Study on the impregnation of archaeological waterlogged wood with consolidation treatments using synchrotron radiation microtomography
Faculty of Sciences. Chemistry
Analytical and bioanalytical chemistry. - Berlin, 2002, currens
, p. 1977-1985
University of Antwerp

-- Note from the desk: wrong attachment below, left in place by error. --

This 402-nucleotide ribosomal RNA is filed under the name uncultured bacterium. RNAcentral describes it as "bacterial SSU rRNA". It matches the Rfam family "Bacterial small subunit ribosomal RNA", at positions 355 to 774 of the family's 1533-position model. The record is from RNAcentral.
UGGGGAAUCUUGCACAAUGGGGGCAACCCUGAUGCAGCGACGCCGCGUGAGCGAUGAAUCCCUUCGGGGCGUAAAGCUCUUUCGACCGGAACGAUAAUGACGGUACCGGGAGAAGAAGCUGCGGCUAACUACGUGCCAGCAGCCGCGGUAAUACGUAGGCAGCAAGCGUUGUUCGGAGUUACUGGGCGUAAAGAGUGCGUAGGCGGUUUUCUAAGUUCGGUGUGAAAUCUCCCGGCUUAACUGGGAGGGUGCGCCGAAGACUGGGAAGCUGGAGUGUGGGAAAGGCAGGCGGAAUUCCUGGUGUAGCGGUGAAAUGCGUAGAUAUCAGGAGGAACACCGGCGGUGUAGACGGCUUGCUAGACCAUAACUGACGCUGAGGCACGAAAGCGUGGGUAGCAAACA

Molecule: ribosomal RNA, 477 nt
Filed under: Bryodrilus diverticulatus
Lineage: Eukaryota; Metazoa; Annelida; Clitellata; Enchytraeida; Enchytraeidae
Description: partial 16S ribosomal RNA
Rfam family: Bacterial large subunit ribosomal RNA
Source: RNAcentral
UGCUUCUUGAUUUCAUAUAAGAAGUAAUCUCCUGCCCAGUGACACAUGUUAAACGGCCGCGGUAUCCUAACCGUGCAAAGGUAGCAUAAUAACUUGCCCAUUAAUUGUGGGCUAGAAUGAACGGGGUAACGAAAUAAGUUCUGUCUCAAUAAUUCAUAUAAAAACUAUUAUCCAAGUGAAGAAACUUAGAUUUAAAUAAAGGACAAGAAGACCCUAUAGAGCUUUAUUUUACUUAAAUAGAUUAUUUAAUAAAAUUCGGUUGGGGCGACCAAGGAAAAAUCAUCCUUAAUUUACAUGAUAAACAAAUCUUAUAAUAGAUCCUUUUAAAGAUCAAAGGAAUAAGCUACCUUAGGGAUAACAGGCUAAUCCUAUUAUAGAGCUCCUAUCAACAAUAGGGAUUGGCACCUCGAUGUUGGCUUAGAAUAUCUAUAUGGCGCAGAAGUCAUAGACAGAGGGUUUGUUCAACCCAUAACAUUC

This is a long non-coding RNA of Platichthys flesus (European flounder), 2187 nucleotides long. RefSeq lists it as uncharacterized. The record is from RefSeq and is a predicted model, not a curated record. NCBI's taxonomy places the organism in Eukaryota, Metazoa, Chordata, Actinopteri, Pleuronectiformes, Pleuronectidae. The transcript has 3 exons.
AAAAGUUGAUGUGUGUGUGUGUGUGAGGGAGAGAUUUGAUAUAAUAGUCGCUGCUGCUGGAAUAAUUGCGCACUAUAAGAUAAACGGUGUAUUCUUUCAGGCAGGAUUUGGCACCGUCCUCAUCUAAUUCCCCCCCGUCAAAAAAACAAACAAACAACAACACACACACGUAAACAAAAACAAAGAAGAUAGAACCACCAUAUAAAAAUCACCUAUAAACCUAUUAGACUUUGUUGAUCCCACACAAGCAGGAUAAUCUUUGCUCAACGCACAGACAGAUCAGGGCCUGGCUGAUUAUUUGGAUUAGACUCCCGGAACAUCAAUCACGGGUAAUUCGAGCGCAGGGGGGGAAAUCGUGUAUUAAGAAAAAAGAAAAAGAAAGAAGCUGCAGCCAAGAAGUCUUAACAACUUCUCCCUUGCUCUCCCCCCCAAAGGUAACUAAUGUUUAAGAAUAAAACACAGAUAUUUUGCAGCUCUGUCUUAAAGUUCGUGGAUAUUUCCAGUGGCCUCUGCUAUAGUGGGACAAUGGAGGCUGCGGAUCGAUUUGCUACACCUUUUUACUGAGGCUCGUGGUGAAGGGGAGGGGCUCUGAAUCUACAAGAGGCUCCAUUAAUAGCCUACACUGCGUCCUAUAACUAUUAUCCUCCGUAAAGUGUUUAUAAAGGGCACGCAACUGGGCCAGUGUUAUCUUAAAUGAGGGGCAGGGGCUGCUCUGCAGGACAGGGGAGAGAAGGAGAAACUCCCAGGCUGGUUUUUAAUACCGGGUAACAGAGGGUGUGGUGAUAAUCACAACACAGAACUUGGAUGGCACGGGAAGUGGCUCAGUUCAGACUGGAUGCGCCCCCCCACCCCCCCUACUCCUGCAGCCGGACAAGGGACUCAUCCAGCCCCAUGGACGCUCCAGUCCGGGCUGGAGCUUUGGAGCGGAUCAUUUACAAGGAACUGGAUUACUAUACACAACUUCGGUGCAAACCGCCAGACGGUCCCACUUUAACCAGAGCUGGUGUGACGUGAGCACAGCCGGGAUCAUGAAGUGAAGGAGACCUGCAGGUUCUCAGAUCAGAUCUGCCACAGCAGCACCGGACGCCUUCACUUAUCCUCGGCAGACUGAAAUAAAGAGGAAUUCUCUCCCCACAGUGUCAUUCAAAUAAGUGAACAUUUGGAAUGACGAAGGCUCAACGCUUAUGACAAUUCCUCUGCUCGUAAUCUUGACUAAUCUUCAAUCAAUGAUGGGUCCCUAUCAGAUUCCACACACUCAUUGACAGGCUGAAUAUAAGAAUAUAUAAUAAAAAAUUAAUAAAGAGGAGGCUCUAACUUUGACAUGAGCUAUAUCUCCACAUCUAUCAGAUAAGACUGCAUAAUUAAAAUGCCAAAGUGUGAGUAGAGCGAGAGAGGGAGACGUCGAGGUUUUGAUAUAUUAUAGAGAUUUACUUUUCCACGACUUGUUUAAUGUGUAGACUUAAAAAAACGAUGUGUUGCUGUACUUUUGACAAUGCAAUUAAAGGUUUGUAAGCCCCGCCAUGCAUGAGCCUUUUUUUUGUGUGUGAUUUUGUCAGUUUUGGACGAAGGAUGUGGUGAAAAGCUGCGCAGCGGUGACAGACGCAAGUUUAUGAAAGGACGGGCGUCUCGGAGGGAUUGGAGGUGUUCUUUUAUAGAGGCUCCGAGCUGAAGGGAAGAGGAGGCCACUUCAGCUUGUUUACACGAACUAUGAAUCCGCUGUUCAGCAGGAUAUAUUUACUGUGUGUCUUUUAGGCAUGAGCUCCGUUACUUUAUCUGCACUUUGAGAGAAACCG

In favourable conditions of low temperature and low oxygen concentration, archaeological waterlogged wooden artefacts, such as shipwrecks, can survive with a good state of preservation. Nevertheless, anaerobic bacteria can considerably degrade waterlogged wooden objects with a significant loss in polysaccharidic components. Due to these decay processes, wood porosity and water content increase under ageing. In such conditions, the conservation treatments of archaeological wooden artefacts often involve the replacement of water with substances which fill the cavities and help to prevent collapse and stress during drying. The treatments are very often expensive and technically difficult, and their effectiveness very much depends on the chemical and physical characteristics of the substances used for impregnation. Also important are the degree of cavity-filling, penetration depth and distribution in the structure of the wood. In this study, the distribution in wood cavities of some mixtures based on polyethylene glycols and colophony, used for the conservation of waterlogged archaeological wood, was investigated using synchrotron radiation X-ray computed microtomography (SR-A mu CT). This non-destructive imaging technique was useful for the study of the degraded waterlogged wood and enabled us to visualise the morphology of the wood and the distribution of the materials used in the wood treatments. The study has shown how deposition is strictly related to the dimension of the wooden cavities. The work is currently proceeding with the comparison of synchrotron observations with the data of the solutions viscosity and with those of the properties imparted to the wood by the treatments.